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Navy Leaders’ Shift Perceptions and Assist Fellow Disabled Personnel to Successful Careers

By NSWCDD Corporate Communications | Nov. 20, 2015

DAM NECK and DAHLGREN, Va. – The Naval Sea Systems Command (NAVSEA) Disability Program Manager and a severely injured Navy wounded warrior who returned to active duty shared their stories, challenges, and goals at National Disability Employment Awareness Month events Oct. 28-29.

“I’m able to make an immediate impact by offering qualified individuals with disabilities quality careers,” NAVSEA Disability Program Manager Joe Aukward told military and civilian personnel at the two Naval Surface Warfare Center Dahlgren Division (NSWCDD) sites. 

Chief Explosive Ordnance Disposal (EOD) Technician Joe Miller – recipient of the Purple Heart and a Bronze Star with Valor – joined him at the first observance held at Dam Neck.

“We must remove the stigma of disability and shift perceptions of what disabled people can accomplish if given the proper support,” said Miller, who was severely injured by a land mine in Afghanistan after spending four hours clearing 22 other people out of a mine field. 

Miller recounted his rehabilitation treatment at Bethesda Walter Reed Medical Center where he persevered to walk again in 31 days. He returned to work within three months, successfully making his case to remain on active duty, and is preparing to head out on another deployment.

The EOD Chief combined humor with show and tell to discuss his disability, quickly eliminating any pre-conceived bias that listeners may have. If asked, he proudly pulls up his uniform pant leg to show his prosthetic leg and indicates how he has adjusted his body mechanics to tackle the many physical challenges that he must overcome. Miller calls this “active communication” which he believes is essential for supervisors who may have difficulty starting the conversation with their disabled employees. 

“The fact is almost all of us will encounter a disability, whether short or long term at some point in our lives,” said Capt. Eric Tapp, Combat Direction Systems Activity Dam Neck commanding officer. “People with disabilities are a diverse group that includes people with sensory, physical, and mental conditions. It is a group anyone can become a member of at any time, but at work it’s what people can do that matters.”

Aukward gradually lost his sight, becoming legally blind in his mid-twenties, but became a champion for others with disabilities who want to work.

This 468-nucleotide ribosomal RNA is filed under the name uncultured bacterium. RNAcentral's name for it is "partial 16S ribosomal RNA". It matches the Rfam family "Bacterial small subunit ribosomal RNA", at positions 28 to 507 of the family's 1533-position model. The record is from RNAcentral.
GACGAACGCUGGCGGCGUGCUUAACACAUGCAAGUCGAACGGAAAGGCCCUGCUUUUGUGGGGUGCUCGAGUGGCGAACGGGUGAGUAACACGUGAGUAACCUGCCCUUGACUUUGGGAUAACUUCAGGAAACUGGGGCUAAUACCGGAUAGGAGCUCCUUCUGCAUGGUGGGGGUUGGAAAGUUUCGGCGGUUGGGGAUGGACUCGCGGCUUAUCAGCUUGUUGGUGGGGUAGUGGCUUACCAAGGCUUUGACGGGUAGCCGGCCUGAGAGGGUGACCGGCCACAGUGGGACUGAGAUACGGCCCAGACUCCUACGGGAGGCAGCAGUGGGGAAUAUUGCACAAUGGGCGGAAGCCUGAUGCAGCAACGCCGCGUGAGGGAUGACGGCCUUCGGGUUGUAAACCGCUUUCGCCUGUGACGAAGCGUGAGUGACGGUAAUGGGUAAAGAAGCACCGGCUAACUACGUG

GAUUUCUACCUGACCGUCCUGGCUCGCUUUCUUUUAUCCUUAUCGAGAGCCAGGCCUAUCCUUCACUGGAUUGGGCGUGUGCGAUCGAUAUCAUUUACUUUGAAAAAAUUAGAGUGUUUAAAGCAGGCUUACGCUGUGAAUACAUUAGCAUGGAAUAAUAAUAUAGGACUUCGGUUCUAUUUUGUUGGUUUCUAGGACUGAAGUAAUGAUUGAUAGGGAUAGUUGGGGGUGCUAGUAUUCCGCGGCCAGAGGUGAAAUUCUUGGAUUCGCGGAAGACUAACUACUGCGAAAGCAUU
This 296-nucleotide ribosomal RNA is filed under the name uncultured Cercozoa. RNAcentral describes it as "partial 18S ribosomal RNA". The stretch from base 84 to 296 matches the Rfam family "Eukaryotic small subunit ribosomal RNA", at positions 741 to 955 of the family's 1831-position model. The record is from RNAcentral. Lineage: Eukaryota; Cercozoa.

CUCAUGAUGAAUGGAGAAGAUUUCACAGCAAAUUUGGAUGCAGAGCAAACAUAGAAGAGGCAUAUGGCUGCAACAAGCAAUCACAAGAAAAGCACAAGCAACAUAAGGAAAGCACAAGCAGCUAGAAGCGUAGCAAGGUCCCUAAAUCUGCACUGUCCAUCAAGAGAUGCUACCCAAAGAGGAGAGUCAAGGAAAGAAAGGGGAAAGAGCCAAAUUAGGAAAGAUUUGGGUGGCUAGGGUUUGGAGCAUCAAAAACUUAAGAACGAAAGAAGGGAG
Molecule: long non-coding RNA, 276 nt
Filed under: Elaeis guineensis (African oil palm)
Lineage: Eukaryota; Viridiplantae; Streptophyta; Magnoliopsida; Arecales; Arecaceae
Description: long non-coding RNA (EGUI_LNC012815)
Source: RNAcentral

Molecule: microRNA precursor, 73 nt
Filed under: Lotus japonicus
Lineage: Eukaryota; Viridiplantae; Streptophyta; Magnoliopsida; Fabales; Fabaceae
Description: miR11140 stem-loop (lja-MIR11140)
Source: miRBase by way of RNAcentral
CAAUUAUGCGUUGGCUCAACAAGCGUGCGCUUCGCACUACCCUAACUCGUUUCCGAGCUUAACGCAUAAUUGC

”The unemployment rate for Americans with a disability is 70 percent,” he said. “That is too high. It’s our duty to ensure those Americans have employment options.”

Aukward – passionate about educating the disabled and those without a disability – informed the military and civilian audiences about NAVSEA programs, such as the reasonable accommodation program, designed to support disabled employees throughout their careers.

“My challenge with increasing employment opportunities is to reach out to the targeted men and women with disabilities, he said. “To reach this challenge, NAVSEA leadership is partnering with organizations to help obtain the hiring goal.”

Aukward established a program at NAVSEA – which includes NSWCDD and all NAVSEA warfare center divisions – with three goals: increase employment opportunities for persons with disabilities; educate the workforce to encourage a culture of full inclusion; and to ensure employees with disabilities have the resources they need to be fully successful.  

“As we increase employment opportunities, we are educating our workforce to embrace a climate of full inclusion,” he said. “For our current workforce of persons with disabilities, NAVSEA offers a robust reasonable accommodation process. Two examples are sign language interpreters and screen readers software.”

Aukward spent time speaking with employees individually about the NAVSEA Disability Program at both events.

“We both agreed that more proactive and interactive approaches need to be taken to ensure disabled veterans are aware of available accommodations, and that their disabilities do not limit them,” said Marietto Jeffries, NSWCDD Veterans Employment Special Emphasis Program Manager. “I believe that my own disabilities do not mean that I am disabled or incapable of performing my job and that with reasonable accommodation I am capable and better equipped to succeed.”